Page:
And to those even paying attention to the Western religious edifice, the temple of the mainline Protestant and white Catholic church is already falling down around us.
And, of course, there’s the impeachment…
I saw a picture on a bookstore window: Post-apocalyptic fiction has been moved to Current Affairs.
Are we living in the end times?
We are, but I mean that it’s always true that something is ending; something is falling apart. The word “crisis” comes from a Middle English word that describes that moment when a disease turns deadly. It also has its roots in the Greek word, krisis, which means “decision,” thus a “moment to decide.”
A crisis is that moment when life takes such a turn that we have to make a decision. At these crucial moments, people begin to tell the stories that will frame and shape the new reality.
Jesus warns the disciples to be careful in those moments because many will step forward to say, “I am the one you should listen to. Let me tell you how to read the signs. Let ME tell you what’s going on in your world.” Chicken Little or someone who sits on some congressional committee or in the doctor’s office will tell you, “The sky is falling.” Sometimes the false messiahs that step forward are our own voices of fear and anxiety surfacing from deep within.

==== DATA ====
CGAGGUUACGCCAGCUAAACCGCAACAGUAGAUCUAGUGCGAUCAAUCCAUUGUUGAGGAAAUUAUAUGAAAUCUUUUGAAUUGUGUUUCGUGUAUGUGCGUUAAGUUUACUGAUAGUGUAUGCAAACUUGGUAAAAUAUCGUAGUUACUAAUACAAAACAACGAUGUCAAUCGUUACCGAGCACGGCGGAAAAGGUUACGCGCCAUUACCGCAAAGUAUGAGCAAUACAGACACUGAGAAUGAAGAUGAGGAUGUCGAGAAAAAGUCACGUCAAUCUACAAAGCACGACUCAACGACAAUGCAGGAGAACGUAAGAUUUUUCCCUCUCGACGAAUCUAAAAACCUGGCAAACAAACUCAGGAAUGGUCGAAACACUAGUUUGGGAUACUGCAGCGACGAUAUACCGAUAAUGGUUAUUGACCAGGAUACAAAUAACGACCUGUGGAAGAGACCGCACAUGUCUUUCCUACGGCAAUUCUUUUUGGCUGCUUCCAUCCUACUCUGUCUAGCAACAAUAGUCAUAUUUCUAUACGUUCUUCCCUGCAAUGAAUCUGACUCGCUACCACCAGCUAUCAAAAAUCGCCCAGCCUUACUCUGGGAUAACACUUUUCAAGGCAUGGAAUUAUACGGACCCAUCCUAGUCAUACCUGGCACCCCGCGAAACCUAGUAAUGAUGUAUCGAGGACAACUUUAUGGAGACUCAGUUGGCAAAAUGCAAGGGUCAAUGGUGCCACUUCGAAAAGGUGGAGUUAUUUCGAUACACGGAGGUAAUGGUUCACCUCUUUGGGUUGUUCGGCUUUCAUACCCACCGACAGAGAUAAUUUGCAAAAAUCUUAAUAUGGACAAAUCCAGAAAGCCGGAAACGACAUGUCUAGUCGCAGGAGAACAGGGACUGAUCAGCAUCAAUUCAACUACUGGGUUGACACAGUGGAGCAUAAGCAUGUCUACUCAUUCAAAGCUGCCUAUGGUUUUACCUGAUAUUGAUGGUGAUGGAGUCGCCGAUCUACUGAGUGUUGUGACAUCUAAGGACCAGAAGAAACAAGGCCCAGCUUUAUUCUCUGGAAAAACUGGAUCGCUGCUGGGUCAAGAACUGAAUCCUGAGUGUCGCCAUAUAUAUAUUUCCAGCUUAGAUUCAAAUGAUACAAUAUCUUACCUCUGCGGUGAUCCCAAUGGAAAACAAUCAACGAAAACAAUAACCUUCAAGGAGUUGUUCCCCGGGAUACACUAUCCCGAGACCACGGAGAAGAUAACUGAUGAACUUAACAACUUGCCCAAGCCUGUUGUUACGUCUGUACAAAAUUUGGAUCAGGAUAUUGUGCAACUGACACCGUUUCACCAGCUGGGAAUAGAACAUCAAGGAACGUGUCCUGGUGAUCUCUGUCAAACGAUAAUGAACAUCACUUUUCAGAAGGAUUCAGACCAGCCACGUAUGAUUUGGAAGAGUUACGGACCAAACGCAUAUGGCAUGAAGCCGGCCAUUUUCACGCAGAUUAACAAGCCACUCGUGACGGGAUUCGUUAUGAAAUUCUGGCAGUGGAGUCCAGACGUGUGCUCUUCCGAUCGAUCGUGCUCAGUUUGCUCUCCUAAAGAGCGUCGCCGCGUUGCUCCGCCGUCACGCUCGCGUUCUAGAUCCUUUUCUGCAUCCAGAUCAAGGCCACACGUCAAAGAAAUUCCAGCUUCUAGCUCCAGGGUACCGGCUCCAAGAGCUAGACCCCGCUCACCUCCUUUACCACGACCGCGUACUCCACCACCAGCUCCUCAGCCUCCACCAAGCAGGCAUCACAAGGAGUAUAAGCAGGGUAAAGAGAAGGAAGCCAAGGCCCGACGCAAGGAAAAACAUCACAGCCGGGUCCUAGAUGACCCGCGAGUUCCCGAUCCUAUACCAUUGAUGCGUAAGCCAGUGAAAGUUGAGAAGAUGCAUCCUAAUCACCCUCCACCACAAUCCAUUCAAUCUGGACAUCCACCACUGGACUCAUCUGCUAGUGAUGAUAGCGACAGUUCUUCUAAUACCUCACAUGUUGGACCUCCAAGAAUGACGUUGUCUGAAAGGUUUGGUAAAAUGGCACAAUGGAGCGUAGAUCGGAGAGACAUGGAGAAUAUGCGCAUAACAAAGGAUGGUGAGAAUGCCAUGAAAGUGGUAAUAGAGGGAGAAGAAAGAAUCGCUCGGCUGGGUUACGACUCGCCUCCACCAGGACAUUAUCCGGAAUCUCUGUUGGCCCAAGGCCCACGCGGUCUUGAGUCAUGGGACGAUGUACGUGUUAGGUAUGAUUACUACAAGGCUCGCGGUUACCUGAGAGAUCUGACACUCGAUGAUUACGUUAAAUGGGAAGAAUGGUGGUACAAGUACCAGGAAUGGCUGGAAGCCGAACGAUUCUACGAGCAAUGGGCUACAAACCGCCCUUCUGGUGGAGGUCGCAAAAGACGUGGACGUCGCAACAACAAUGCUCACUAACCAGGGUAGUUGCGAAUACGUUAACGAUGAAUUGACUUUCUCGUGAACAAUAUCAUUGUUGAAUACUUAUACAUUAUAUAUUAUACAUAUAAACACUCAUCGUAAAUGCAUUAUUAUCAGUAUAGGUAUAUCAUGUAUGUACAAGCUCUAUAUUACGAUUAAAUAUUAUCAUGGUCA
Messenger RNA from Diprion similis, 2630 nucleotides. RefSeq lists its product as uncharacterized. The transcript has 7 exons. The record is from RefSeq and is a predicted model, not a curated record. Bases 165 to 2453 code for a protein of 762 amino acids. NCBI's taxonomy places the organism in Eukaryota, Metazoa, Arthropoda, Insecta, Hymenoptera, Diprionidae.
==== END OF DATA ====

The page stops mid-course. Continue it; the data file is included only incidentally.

Jesus says that when you find yourselves in the moment when life takes a turn, even when it’s into disease or the collapse of your most important foundation, be prepared to testify to the truth.
Be prepared to look for and to talk about what God is doing. The story of hope isn’t that our precious buildings will survive; that our nation will be greatest; or that our structures are sound; or that our bodies will survive unscathed by illness and death. The story of hope is that God promises to bring life out of death. When everything is falling apart, God is at work. When the sky is falling, God is opening heaven.